DR. WAYNE M. FICHTER JR.: Do epidural corticosteroid shots work?

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We often get asked about our thoughts on steroid injections. So I decided to look at the latest research and share the information with you so you can make an educated choice.

Analyzing results from nearly two dozen clinical trials on thousands of patients, Australian researchers found that epidural injections (into the spine) of corticosteroids had no long- or short-term effect on sciatica back pain, and such a small short-term effect on leg pain it would make no difference to the patient.

“I think it’s pretty clear that this treatment is not good to do,” said Chris Maher, of The George Institute for Global Health in Sydney, Australia, who worked on the study.

Nonetheless, the use of epidural steroid injections to treat back pain of all sorts among Medicare patients nearly doubled from 741,000 in 2000 to about 1,438,000 in 2004, according to the researchers. Charges per injection have risen 100 percent during the past decade, and the combination of increasing rates and charges has resulted in a 629 percent increase in fees for spinal injections.

Back pain is the No. 1 reason people visit their doctors, and epidural steroid injections have been a mainstay of treatment for short-term pain relief for decades.

The American Academy of Neurology’s (AAN’s) guidelines state that “epidural steroid injections play a limited role in providing short-term pain relief for lower back pain that radiates down a leg and do not provide long-term pain relief.” Specifically, they say that the average amount of relief is small and lasts only two to six weeks after injection. And, says the AAN, the injections don’t “buy time: to avoid surgery.

In April 2014, the U.S. Food and Drug Administration (FDA) issued a warning that the “injection of corticosteroids into the epidural space of the spine may result in rare but serious adverse events, including loss of vision, stroke, paralysis, and death.” According to the FDA, drug labels of injectable corticosteroids are required to carry a warning describing these risks.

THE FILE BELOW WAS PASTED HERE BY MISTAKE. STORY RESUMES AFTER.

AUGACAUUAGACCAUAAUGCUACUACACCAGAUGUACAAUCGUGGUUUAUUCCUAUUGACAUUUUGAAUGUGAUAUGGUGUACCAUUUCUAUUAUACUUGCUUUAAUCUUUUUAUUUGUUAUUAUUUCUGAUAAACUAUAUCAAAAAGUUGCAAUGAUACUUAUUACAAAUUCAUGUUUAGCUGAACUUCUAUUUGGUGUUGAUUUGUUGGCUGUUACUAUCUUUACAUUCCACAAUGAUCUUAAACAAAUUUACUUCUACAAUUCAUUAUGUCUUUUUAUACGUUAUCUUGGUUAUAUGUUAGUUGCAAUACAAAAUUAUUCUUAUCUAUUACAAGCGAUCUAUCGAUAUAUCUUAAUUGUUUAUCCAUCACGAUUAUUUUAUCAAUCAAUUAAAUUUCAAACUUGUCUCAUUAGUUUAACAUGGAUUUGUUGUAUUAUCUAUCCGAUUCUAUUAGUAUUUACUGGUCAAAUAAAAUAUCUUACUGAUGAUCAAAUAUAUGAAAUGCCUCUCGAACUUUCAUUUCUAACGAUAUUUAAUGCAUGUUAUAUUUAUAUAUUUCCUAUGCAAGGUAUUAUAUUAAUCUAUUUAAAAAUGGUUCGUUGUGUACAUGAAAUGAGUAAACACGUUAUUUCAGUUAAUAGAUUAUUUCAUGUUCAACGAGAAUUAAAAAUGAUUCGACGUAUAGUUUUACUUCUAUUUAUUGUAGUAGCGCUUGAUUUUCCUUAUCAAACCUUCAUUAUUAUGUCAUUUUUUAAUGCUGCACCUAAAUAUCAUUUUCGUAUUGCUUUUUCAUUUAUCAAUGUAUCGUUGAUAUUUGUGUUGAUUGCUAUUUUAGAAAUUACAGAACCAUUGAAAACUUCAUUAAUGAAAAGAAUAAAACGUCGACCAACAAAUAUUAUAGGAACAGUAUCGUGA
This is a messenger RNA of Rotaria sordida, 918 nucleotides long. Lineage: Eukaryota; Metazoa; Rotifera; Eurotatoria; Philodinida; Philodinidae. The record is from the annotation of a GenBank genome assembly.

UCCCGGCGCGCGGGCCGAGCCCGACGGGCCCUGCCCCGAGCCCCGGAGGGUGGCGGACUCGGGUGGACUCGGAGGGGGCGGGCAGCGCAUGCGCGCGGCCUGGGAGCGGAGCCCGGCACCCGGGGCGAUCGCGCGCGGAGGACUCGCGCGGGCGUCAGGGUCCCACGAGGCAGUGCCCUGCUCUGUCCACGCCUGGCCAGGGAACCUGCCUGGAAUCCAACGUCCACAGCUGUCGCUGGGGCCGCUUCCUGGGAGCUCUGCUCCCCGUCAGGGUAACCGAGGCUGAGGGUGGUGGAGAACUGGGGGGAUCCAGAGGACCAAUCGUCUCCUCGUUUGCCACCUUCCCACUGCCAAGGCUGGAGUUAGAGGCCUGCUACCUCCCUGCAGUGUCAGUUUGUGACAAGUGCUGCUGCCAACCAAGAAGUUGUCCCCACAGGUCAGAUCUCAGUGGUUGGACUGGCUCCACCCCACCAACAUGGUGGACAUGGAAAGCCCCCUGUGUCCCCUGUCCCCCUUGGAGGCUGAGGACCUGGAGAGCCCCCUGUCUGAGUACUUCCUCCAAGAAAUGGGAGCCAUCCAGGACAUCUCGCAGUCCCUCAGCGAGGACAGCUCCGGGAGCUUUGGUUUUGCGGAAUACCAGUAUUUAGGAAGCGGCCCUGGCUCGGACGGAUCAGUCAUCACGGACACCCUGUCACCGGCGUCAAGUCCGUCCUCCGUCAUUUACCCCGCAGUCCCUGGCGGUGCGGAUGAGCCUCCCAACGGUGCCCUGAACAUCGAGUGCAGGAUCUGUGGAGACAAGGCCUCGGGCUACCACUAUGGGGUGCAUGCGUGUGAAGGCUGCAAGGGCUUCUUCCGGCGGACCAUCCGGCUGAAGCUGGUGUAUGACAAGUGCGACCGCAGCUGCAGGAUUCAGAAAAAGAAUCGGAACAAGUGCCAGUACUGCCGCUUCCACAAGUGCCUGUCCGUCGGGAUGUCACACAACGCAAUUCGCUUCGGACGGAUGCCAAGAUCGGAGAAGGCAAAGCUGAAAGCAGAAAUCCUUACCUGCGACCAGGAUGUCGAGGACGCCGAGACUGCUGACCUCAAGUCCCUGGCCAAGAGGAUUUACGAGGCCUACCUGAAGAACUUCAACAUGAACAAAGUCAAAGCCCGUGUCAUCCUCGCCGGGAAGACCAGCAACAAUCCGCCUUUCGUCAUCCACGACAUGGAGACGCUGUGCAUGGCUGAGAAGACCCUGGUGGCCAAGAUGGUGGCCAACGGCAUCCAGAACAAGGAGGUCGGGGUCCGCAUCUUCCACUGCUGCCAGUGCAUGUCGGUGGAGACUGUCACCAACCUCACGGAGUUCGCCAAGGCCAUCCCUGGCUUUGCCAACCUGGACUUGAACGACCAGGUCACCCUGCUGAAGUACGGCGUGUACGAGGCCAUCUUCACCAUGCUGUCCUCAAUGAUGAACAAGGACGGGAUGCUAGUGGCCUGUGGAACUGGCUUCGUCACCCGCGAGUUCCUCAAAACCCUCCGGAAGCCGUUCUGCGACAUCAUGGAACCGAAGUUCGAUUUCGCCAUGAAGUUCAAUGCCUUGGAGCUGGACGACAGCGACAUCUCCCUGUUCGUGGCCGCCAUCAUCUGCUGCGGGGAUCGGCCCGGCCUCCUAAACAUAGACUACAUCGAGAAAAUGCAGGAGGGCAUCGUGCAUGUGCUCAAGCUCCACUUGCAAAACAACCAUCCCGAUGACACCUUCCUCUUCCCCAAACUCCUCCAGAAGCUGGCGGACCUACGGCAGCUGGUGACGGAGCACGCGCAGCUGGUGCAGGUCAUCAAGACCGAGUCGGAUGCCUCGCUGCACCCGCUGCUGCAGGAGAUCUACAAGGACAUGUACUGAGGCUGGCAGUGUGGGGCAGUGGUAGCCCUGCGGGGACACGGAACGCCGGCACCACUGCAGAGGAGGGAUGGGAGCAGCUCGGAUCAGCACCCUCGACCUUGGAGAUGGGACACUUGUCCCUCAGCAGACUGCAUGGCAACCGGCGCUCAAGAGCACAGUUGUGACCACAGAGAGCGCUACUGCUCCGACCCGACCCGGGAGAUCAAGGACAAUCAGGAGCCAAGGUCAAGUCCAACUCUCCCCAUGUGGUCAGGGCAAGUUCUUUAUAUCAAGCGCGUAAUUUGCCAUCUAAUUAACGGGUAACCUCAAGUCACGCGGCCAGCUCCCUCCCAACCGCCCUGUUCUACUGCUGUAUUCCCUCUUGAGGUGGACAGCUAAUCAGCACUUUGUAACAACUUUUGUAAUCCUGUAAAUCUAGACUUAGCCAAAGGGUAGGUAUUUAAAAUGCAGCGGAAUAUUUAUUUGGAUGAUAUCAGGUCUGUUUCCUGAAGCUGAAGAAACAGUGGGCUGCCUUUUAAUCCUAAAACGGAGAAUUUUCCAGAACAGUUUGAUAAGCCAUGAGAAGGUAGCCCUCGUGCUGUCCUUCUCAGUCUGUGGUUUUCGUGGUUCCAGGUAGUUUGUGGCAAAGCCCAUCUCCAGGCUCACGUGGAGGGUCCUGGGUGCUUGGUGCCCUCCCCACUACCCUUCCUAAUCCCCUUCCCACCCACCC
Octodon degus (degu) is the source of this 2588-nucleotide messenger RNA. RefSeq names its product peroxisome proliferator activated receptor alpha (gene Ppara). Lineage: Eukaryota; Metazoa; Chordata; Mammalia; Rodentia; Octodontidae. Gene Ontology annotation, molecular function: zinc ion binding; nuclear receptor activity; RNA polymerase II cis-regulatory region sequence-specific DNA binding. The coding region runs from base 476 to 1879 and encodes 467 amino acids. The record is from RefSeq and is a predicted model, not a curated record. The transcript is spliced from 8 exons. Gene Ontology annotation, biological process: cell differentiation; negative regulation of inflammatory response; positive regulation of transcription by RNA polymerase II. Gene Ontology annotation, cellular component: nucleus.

A retrospective study in the June 5 issue of the Journal of Bone and Joint Surgery looked at one type of back treatment — a lumbar epidural steroid injection and whether or not that treatment had an impact on bone fragility and vertebral fractures (spinal fractures). A higher number of injections was associated with increased risk. Authors concluded that LESIs may lead to increased bone fragility over time, and while injection therapy is useful in some cases, it should be approached cautiously for patients at risk for fractures associated with osteoporosis.

“In general, I think we’ve learned over the years that the epidural injections are turning out to be less and less successful… but there are times when they should be considered,” said Dr. Kirkham B. Wood, chief of the orthopedic spine service at Boston’s Massachusetts General Hospital.

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Dr. Wayne M. Fichter Jr. is a chiropractor at Natural Spine Solutions. The business is located at 3913 Schreiber Way in Coeur d’Alene. (208) 966-4425.

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